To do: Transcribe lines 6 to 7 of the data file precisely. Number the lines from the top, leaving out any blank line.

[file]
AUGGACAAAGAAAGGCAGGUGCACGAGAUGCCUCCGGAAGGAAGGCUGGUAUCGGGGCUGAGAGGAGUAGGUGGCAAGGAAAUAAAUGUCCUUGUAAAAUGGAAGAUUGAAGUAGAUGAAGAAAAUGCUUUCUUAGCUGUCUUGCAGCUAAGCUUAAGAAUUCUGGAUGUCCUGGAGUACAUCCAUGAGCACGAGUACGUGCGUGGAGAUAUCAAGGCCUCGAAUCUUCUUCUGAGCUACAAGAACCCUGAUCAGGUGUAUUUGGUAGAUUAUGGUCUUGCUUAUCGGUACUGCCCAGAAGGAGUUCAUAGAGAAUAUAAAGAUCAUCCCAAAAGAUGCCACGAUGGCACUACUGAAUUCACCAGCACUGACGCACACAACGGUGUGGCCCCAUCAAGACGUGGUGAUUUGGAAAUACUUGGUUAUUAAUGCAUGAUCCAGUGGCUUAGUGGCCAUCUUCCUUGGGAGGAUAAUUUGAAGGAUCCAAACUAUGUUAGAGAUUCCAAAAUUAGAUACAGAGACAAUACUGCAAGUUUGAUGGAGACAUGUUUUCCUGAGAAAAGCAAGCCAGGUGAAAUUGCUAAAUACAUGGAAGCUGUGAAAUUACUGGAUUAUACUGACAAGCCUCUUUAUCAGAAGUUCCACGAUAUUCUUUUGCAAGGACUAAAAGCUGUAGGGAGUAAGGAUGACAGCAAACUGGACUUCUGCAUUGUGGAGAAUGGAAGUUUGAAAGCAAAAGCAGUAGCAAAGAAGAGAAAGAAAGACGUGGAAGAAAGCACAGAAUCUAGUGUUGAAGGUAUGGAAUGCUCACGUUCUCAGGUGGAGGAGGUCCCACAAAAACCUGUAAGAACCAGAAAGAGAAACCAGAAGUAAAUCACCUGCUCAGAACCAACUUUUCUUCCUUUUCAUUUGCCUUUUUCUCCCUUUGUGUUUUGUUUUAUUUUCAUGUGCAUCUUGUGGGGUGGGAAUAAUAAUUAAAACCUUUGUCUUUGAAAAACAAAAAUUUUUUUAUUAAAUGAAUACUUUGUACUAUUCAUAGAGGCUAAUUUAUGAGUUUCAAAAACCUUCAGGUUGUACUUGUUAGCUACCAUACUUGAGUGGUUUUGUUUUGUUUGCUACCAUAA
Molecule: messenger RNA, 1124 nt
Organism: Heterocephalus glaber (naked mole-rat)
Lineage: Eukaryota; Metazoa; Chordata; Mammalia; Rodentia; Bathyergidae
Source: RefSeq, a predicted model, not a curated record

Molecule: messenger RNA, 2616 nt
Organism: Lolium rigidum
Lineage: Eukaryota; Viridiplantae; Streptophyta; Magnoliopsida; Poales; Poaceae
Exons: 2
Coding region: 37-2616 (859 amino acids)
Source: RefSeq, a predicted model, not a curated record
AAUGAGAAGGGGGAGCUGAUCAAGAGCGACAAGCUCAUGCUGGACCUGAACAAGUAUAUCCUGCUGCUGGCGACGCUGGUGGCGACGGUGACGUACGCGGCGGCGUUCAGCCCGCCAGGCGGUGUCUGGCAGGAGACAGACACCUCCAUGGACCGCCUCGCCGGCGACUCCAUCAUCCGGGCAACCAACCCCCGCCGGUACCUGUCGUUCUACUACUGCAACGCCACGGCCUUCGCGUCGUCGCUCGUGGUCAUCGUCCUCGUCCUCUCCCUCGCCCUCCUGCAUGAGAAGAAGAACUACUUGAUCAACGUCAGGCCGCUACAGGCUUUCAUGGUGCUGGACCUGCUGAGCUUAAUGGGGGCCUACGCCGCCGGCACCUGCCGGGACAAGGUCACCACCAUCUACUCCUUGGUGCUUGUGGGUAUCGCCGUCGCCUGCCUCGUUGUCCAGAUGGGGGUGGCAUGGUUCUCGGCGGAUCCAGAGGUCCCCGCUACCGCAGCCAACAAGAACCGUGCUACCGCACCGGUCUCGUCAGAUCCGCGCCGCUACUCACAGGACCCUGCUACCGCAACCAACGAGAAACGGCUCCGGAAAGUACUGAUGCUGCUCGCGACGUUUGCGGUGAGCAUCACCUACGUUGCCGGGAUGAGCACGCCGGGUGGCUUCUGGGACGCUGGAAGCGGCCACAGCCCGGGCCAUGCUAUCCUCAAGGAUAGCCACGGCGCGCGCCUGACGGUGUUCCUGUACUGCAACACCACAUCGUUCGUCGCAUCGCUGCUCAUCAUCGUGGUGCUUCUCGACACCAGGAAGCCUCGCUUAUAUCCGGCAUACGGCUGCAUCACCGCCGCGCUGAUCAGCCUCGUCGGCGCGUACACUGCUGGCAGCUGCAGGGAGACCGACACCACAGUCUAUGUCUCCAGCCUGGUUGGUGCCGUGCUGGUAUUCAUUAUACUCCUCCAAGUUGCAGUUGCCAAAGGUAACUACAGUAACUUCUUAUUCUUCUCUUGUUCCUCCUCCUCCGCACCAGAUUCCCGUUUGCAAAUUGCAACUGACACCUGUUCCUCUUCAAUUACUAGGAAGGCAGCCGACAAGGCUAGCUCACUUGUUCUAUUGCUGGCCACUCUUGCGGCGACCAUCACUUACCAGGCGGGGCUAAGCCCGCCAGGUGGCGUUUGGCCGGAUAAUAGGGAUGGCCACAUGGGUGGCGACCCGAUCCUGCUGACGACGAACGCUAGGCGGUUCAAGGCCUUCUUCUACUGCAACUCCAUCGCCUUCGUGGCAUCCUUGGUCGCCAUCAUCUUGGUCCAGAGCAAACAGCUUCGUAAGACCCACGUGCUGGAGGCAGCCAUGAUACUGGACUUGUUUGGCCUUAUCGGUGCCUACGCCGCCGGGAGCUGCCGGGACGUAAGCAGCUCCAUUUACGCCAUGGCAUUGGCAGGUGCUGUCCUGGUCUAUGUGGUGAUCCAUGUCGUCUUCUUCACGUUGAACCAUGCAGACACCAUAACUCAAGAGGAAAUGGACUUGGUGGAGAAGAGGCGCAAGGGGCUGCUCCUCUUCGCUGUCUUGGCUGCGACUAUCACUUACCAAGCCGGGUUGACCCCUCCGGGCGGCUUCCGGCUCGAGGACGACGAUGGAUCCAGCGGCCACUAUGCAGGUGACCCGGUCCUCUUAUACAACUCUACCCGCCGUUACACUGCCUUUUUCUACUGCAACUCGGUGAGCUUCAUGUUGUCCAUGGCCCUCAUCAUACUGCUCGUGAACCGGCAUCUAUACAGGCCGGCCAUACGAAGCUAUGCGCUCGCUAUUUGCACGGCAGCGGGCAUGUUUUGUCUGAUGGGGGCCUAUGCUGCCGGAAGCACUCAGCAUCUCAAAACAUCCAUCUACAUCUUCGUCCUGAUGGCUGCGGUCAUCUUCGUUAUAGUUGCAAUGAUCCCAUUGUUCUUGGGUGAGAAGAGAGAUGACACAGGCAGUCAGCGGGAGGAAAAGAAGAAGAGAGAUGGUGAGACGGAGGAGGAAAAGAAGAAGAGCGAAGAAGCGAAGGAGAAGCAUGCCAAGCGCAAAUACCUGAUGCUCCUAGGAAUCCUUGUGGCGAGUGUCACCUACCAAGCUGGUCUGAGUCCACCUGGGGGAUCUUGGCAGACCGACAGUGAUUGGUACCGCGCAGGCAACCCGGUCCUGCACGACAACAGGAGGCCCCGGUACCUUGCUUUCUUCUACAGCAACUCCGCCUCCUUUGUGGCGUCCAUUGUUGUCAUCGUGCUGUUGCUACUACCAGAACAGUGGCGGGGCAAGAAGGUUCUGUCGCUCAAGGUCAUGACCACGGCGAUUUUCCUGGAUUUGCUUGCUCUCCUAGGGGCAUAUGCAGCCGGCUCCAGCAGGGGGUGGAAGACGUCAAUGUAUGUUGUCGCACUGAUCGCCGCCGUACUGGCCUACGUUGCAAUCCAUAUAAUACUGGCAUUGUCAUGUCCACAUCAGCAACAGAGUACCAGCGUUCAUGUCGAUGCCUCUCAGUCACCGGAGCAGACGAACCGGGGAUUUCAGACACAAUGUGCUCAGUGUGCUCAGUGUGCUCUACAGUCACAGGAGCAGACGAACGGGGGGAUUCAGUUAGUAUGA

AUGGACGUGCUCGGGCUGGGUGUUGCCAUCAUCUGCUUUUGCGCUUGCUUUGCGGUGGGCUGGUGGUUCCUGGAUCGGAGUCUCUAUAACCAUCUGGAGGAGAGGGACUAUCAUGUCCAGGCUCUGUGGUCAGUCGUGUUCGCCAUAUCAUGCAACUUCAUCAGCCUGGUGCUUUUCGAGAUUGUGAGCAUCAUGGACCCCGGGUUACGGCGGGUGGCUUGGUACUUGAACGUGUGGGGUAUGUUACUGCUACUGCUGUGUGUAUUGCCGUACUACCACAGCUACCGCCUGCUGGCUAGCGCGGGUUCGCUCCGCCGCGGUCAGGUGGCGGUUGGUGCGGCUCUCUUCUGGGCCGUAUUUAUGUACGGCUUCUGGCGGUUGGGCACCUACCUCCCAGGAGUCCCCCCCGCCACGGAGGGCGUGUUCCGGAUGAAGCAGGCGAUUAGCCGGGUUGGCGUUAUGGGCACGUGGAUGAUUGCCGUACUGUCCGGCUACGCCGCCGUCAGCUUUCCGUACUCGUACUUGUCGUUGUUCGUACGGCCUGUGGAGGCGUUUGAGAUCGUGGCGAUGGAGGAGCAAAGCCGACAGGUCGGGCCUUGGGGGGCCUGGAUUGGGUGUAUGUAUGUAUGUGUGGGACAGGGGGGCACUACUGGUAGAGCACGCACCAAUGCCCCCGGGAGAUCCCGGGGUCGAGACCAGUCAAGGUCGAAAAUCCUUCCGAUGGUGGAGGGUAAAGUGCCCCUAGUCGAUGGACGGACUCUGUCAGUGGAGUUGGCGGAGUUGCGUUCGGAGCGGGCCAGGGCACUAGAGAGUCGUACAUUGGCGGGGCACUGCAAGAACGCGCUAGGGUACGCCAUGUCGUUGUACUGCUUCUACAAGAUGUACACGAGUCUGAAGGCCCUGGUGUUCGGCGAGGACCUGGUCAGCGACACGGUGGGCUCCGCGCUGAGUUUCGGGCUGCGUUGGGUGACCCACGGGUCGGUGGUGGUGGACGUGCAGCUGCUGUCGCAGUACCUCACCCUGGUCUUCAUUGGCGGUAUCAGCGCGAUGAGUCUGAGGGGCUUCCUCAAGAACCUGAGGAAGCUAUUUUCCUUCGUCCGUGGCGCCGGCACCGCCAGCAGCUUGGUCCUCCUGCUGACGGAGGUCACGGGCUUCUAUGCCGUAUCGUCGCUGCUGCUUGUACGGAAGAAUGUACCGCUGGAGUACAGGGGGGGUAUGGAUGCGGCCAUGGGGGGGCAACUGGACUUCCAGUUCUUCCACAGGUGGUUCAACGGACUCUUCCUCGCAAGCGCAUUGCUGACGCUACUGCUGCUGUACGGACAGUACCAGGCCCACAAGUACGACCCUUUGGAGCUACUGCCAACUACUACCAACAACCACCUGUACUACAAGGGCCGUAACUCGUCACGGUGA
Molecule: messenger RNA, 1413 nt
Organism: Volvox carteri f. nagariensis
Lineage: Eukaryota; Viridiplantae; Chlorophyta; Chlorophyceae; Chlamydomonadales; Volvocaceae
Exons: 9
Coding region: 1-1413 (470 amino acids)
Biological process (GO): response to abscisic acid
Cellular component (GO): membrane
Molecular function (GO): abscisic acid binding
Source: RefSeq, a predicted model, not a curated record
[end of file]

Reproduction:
Molecule: messenger RNA, 2616 nt
Organism: Lolium rigidum